In our project (which is fully developed using .NET), we use a medium sized database about 2 GB in size. Currently we are using SQL Express edition;

How do the alternates for SQL Server Express perform? I am mainly considering MySQL and PostgreSQL. (Windows 7 x86, x64)

  • Is there any compelling advantage to using MySQL or PostgreSQL?
  • What about the native .NET object support?
  • Built in XML types?
  • Supporting Binary data?
  • Support of a similar tool like Management Studio?
  • Installation ease?
  • Memory footprint?
  • Performance comparisons of these 3 databases?

Is it even worth considering these alternatives, especially considering the fact that we are a .NET shop?

I have referred to these related questions:

  • Why are you looking for an alternative? What problems are you facing with SQL Server Express? – Hemant Oct 8 '10 at 5:00
  • Installation time for SQL Express is too long (takes more than 10 minutes); – Santhosh Oct 8 '10 at 7:25
  • 2
    Well, have fun with other products then. SQL Express has serious advantages - like integration into windows update. Automatic patching. – TomTom Oct 8 '10 at 14:45

I'm a person who doesn't believe just because you are a .NET shop that you have to use a Microsoft SQL Server Product, although Microsoft loves it if you do. Of course it ties in really nicely with the native libraries and development tools from Microsoft. To me that's where the advantages really stop for SQL Server and it's more of a even playing field with other database systems.

MySQL - Stay away from it, things have gotten ugly and will get uglier now that Oracle owns it. Not worth having to pay to use a second rate open source database in my opinion when you can use PostgreSQL for free and without fear.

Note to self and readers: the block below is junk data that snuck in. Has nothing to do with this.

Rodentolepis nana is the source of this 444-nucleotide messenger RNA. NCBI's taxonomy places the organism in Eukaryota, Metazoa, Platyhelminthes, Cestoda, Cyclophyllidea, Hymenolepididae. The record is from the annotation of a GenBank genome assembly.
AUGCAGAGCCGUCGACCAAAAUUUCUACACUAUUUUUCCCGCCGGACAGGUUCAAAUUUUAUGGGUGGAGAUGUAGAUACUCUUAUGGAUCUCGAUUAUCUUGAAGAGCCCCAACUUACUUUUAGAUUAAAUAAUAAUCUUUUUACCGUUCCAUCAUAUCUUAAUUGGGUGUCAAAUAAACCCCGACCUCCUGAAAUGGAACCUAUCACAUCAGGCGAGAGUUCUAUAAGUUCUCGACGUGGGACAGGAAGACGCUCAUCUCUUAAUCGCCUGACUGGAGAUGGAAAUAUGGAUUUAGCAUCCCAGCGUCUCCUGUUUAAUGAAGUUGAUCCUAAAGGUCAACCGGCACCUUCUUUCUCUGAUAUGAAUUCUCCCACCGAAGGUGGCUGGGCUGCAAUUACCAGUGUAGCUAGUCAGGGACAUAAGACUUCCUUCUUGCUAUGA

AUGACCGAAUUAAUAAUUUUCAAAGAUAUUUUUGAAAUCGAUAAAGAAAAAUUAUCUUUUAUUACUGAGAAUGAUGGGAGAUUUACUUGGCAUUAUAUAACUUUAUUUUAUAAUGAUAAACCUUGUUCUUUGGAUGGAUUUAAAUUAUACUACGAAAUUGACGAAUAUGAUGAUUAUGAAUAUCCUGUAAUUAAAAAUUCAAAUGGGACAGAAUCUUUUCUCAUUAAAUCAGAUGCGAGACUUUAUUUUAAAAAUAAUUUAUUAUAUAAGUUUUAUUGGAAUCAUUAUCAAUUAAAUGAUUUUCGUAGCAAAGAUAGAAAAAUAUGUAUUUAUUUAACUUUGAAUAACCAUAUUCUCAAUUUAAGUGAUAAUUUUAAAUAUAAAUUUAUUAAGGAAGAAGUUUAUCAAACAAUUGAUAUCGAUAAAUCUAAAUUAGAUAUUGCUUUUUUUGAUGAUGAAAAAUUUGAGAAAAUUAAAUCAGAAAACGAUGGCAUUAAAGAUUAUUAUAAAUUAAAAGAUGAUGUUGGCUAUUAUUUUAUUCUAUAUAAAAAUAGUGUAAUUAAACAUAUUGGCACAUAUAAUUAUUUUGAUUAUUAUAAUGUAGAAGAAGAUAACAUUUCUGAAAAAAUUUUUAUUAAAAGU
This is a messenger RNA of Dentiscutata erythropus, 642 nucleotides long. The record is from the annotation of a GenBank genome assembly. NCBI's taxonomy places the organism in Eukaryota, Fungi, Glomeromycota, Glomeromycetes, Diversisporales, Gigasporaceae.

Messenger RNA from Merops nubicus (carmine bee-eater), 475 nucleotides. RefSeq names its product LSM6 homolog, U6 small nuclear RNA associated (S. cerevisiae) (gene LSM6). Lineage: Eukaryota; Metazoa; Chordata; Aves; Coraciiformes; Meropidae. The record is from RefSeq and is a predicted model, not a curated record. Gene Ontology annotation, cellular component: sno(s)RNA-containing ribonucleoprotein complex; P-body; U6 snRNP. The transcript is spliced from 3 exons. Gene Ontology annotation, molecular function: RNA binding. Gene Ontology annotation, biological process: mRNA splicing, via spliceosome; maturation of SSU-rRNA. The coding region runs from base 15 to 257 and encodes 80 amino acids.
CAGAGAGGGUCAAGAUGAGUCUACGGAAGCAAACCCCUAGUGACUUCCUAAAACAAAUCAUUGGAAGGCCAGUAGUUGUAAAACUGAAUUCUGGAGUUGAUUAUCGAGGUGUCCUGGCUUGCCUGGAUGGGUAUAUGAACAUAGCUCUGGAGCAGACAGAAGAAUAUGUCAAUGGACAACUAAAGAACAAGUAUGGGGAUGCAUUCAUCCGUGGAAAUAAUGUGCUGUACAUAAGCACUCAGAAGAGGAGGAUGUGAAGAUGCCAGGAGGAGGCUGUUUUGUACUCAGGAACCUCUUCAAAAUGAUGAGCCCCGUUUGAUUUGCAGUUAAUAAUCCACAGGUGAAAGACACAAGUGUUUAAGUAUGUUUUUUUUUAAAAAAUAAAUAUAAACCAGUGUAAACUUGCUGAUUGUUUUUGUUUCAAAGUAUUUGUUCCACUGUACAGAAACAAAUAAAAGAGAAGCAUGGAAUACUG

PostgreSQL - A really good option. BSD license is free to use and change the source. No limit on data lot's of features. But if install time is your driving reason to leave SQL Express PostgreSQL does install pretty fast on Windows or Linux, how fast I don't know because I don't care if it takes 1 minute or 10 minutes on my systems. On a Linux box it's really fast if you pre-compile it or use a package install, I would say less than 10 minutes.

What about the native .NET object support? Not sure what this is.

Built in XML types? PG yes.

Supporting Binary data? PG yes.

Support of a similar tool like Management Studio? PG yes pgadmin or a few other third party vendors.

Installation ease? Easy with more options than SQL Server. For example you can compile with different page size if you wanted to.

Memory footprint? Can be small or large depending on how you adjust memory settings.

Performance comparisons of these 3 databases? Well SQL express can't hold more than 4 to 10GB forget how much 2008 express can do. So you aren't comparing apples to oranges here. But I would say all of them can perform well if used correctly. PG performs very well.